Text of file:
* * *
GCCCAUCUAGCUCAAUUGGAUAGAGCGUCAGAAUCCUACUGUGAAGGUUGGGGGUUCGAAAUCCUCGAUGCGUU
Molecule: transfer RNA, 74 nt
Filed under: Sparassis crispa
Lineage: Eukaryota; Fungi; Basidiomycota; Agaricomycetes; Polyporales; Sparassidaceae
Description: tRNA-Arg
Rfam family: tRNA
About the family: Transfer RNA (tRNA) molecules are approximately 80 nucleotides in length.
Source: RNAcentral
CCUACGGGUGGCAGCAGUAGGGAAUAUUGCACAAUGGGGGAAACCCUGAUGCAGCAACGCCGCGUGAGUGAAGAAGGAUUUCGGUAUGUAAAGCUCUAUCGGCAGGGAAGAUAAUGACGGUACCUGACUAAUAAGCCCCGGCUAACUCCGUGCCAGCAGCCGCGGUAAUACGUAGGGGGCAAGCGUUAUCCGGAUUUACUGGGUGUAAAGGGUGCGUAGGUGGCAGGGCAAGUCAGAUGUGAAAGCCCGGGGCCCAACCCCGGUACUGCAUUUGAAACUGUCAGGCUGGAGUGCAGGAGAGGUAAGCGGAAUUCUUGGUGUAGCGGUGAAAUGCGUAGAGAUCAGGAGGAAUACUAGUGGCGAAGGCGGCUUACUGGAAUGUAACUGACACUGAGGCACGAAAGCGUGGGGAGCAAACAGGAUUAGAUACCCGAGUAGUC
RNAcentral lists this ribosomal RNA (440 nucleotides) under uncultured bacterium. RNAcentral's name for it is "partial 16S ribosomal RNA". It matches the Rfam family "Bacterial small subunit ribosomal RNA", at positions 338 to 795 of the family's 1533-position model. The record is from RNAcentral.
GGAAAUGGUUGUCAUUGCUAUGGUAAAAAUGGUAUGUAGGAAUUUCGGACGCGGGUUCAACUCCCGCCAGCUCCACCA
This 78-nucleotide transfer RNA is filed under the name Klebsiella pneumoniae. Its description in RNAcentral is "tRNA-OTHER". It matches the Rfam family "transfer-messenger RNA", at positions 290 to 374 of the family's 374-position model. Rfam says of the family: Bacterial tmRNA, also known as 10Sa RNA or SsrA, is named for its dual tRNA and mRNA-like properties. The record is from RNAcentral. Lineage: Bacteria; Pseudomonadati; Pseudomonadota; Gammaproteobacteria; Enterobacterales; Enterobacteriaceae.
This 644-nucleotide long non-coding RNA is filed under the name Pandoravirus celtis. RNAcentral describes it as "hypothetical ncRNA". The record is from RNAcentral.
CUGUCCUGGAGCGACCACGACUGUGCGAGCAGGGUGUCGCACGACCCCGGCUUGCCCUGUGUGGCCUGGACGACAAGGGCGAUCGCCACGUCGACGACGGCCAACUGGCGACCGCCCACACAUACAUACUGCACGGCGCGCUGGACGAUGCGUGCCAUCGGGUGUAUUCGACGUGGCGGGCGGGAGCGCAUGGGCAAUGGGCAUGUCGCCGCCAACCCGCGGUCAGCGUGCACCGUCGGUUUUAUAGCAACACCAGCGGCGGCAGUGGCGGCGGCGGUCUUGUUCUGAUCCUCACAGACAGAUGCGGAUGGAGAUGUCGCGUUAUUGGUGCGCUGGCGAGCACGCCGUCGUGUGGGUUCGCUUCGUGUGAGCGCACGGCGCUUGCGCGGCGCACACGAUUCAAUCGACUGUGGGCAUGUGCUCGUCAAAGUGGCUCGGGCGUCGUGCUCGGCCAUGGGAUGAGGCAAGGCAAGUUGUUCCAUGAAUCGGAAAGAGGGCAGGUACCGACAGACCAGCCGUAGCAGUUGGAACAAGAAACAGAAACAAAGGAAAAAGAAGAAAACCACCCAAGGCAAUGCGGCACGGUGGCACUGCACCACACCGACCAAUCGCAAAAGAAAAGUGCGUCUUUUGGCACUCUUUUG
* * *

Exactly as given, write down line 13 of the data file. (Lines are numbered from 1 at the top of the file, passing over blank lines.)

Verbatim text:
This 644-nucleotide long non-coding RNA is filed under the name Pandoravirus celtis. RNAcentral describes it as "hypothetical ncRNA". The record is from RNAcentral.